OR
Go to shop, buy two little nipper type traps. Bait them with peanut butter or whatever and deal with the mouse quickly. If you use plastic gloves or even bags you don't have to touch the mouse and can reset the trap in case there is another one.

I live rurally , I constantly and steadily trap mice in the woodshed. Never yet had one make its way into the house.

HirplesWithHaggis Fri 08-May-15 16:54:52

If you can fit a pencil through a hole, a mouse can fit too. It's not so much that you've "invited them in", they spot an opportunity and off they go. Agree with pp that buying cheapy snap traps and diy is going to be the fastest way to deal with them. Have you a neighbour who would do corpse disposal?

SisterMoonshine Fri 08-May-15 16:57:55

Landlord? ...it's your mouse.
I agree about the little nipper traps.

Bohemond Fri 08-May-15 16:59:43

Woman up and buy some traps fgs.

I had mice in my garage recently and bought the little boxes with green poison in them. Within a day i had a dead mouse in the box! Under £10 for two boxes!

HelenF350 Fri 08-May-15 18:01:57

Unless you've very recently moved in it's unlikely to be up to your landlord to fix. Check your tenancy agreement but usually pest control is a tenant responsibility unless you can prove the problem existed when you moved in.

specialsubject Fri 08-May-15 18:51:54

everyone in the real world will get mice in the house at some point. Put down some traps and deal with it. Check all food is securely stored in plastic containers if not in tins.

if you use humane traps, you need to take them a mile away before release.

household management issue so yours, not the landlord's. Doesn't mean you are sloppy, it just happens sometimes.

Spickle Sat 09-May-15 09:11:24

Do you have a cat or are you friendly with a neighbour's cat, who might have brought you a gift?

I would be a little surprised if my tenants wanted me to deal with a problem such as this but they have been there quite a while.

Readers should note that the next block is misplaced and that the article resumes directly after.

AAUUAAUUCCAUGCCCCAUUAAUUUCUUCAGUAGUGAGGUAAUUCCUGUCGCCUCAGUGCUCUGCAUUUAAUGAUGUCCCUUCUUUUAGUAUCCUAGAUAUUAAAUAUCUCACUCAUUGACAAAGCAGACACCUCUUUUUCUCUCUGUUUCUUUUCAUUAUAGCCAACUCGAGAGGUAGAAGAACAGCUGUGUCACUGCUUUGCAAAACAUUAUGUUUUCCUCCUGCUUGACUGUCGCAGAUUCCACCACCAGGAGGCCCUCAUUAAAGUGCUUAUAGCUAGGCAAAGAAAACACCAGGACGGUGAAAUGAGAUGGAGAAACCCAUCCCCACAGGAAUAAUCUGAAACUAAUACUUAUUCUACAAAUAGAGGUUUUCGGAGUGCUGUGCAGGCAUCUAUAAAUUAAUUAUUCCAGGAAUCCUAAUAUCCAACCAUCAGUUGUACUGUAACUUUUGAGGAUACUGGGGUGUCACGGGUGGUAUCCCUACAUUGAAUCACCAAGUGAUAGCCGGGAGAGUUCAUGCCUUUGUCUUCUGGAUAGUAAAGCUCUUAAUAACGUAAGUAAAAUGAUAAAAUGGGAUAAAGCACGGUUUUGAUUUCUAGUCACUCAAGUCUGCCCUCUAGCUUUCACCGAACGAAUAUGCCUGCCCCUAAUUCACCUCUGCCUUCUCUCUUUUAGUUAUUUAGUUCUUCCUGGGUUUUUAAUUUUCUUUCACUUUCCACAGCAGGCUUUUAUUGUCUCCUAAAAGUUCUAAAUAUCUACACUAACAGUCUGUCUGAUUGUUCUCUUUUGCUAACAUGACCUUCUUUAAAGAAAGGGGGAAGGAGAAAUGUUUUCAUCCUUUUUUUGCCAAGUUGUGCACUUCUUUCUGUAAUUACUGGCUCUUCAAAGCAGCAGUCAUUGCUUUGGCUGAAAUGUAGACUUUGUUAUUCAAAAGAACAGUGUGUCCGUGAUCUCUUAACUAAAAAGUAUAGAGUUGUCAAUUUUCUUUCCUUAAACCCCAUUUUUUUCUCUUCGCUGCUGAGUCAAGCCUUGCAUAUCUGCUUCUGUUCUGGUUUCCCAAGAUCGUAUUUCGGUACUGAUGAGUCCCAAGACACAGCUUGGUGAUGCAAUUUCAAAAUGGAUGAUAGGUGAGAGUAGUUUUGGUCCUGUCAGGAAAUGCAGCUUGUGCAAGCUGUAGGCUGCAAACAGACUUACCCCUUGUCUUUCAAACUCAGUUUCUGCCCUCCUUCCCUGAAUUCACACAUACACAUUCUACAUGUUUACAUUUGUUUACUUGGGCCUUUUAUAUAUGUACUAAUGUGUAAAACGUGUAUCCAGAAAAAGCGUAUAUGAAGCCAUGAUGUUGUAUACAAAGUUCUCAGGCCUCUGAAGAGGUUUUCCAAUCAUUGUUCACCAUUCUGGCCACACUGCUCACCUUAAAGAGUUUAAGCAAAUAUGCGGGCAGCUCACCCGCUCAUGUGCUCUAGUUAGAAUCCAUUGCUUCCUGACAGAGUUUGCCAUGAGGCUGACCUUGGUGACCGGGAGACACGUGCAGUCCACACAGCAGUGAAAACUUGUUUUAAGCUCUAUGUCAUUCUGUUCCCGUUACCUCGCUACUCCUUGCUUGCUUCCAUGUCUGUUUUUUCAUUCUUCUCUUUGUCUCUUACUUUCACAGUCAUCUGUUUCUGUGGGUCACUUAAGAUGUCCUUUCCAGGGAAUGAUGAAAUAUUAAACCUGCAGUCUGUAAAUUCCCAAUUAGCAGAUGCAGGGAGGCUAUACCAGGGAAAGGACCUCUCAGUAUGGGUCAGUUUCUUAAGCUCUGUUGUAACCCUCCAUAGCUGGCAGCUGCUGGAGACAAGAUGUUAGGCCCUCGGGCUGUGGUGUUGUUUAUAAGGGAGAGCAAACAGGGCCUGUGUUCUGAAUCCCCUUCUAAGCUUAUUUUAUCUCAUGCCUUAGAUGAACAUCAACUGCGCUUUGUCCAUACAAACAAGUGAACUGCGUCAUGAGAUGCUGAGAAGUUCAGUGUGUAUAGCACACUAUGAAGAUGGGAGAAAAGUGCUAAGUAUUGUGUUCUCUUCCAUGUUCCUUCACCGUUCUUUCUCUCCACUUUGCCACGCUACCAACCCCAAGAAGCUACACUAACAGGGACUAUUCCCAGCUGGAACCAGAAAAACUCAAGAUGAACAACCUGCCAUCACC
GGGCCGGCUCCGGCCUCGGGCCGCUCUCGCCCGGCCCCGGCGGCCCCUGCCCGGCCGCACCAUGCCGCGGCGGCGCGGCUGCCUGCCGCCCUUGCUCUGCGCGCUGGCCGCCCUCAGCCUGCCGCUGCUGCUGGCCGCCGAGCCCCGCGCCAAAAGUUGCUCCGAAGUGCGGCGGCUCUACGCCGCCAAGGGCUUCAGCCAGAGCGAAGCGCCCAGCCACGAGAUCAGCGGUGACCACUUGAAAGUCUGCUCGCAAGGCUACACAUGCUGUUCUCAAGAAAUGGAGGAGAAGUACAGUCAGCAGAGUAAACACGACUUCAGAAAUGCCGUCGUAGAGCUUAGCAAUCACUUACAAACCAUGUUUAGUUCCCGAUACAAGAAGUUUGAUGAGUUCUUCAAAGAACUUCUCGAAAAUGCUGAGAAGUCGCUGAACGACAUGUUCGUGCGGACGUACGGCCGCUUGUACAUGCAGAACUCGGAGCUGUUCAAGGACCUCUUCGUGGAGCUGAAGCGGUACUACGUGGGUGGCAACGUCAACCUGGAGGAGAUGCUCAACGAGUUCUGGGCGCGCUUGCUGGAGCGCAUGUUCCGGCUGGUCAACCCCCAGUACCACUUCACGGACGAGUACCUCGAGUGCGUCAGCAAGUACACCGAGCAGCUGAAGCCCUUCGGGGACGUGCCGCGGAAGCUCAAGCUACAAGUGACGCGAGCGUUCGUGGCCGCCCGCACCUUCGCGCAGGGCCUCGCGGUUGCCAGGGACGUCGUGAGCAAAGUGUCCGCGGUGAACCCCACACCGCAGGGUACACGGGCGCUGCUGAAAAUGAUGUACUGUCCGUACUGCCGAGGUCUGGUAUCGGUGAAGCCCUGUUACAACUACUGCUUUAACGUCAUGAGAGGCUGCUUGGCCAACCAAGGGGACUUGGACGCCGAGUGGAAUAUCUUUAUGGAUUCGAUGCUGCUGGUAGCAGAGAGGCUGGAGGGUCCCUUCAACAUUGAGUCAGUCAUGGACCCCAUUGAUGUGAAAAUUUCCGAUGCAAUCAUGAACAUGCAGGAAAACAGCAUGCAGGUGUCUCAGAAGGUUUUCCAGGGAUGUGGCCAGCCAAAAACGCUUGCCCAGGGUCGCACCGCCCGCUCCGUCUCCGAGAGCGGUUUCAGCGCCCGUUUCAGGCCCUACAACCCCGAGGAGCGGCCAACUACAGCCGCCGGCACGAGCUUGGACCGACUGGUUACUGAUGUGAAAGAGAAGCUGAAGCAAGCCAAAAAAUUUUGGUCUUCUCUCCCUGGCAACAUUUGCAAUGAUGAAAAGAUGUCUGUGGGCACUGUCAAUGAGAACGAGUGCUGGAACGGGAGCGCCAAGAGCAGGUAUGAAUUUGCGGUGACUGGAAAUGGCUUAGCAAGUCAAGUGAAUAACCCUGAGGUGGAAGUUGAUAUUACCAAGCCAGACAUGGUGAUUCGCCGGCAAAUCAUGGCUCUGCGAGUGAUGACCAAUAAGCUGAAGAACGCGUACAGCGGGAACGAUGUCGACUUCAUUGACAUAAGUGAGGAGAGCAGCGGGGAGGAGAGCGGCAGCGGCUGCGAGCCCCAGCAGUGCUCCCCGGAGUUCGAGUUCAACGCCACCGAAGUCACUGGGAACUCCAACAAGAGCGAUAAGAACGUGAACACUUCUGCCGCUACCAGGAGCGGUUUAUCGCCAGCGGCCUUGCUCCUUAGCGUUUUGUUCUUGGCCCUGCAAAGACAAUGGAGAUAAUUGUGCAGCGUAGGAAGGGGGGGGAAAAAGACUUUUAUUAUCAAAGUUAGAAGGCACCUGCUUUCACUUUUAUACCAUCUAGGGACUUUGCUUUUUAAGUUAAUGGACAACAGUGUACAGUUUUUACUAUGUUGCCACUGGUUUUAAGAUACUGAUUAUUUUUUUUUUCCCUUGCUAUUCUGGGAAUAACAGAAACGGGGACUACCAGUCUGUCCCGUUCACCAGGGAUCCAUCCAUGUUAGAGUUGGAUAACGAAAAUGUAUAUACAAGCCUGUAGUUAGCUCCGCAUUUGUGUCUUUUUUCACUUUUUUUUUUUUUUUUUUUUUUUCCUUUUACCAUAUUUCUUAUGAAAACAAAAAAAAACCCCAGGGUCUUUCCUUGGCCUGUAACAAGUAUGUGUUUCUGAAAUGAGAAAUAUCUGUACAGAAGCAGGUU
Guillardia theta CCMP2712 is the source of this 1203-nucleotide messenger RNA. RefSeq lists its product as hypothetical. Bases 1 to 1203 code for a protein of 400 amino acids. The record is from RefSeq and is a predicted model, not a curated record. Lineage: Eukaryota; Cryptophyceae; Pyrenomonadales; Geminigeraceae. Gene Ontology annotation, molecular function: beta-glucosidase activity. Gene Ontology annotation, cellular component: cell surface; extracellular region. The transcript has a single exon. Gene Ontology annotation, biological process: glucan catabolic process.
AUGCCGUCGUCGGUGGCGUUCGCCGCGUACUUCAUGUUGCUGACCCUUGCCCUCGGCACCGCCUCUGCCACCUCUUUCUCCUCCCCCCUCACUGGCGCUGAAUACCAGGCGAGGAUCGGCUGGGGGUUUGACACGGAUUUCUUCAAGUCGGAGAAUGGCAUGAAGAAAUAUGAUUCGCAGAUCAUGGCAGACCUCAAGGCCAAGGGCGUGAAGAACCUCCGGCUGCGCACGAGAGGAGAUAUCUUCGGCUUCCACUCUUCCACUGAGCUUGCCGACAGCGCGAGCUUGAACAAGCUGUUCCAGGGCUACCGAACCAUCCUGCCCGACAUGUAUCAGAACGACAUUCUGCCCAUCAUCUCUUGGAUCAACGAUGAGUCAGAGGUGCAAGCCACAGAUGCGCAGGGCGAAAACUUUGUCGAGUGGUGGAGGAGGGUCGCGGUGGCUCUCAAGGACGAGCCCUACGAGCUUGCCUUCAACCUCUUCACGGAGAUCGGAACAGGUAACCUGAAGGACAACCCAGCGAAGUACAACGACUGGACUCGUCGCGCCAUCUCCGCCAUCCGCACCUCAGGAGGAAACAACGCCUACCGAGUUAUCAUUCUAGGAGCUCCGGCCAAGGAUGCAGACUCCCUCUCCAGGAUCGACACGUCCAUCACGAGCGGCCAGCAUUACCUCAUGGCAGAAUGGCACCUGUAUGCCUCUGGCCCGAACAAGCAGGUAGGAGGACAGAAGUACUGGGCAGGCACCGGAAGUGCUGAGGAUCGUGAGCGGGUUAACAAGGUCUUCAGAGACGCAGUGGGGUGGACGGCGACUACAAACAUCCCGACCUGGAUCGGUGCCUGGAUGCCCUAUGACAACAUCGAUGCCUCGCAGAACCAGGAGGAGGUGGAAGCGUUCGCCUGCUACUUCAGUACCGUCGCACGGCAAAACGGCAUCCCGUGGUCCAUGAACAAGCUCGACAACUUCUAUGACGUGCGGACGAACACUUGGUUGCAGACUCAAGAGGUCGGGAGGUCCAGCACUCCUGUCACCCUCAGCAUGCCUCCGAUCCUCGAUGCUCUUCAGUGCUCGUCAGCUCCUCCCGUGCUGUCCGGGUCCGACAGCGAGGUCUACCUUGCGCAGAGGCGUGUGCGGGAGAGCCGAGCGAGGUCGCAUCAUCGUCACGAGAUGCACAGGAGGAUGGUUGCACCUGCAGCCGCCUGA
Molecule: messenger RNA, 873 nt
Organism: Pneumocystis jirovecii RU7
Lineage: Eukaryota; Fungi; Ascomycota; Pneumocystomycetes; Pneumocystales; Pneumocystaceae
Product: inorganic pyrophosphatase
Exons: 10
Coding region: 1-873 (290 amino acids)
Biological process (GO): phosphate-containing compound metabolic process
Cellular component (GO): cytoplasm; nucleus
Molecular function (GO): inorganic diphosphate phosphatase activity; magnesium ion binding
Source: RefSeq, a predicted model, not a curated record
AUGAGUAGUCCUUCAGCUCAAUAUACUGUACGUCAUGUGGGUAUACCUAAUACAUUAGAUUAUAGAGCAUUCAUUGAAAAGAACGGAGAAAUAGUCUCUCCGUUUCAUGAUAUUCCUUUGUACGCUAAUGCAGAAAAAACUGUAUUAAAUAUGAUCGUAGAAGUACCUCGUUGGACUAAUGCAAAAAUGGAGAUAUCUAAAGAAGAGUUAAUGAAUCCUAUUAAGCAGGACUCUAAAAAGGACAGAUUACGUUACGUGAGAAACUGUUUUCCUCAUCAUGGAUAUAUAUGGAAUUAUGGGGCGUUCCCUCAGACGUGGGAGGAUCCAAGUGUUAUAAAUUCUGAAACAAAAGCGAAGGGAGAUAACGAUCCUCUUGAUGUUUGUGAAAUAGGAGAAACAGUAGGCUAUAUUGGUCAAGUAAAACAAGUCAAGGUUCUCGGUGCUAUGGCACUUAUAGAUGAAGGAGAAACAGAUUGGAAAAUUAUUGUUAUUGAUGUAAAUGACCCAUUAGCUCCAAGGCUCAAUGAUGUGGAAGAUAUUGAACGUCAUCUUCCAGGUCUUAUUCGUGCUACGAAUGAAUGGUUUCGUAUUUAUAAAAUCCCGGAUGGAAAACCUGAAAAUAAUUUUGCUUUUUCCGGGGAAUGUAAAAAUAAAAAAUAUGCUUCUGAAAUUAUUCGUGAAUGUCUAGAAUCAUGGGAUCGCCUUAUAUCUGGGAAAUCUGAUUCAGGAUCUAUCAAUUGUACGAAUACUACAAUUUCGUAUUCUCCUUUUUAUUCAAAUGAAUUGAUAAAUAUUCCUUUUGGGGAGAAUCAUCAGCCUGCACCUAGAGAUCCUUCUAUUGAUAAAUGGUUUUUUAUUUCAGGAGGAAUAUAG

Thymeout Sat 09-May-15 18:36:30

Sorry to say it's unlikely to be just one mouse. They travel in family groups. Don't wait for the landlord, who may well say it's your problem anyway. I only had them a couple of days and they'd already started nibbling my sofa to make a nest.

Have a good look round to find where they're coming in. Skirting boards, gaps where pipes have been fitted? Block with wire wool - a brillo pad will do.

Then trap the ones you've got. They run round the sides of rooms so put the traps flush with the skirting. Snappy traps are best. The trouble with poison is they tend to go off and die under the floorboards and smell revolting.

Good luck!

NorahDentressangle Sat 09-May-15 18:48:20

I use these as they are cheap and bin them with the mouse in them rather than try to remove the body (use tongs).

They are a bit fiddly but work. Buy, say 8 to start with.

trickyex Sat 09-May-15 18:56:06

Just use a humane trap with bait and then release the mouse far away from the house.
I have to say when I did this I let the mouse go in the garden and it never came back.

pressone Sat 09-May-15 22:43:05

You won't have a mouse, there will be a mouse spouse and little meecies.

Mrs Mouse can have 5-10 litters a year with about 7 babies a time. Offspring can be ready to start breeding in less than 2 months.

Do not wait or you will bwe overrun with the wretched things

Sunnyshores Mon 11-May-15 21:10:28

unless there's a whopping great hole that mouse came in through, then as a LL I wouldnt help Im afraid!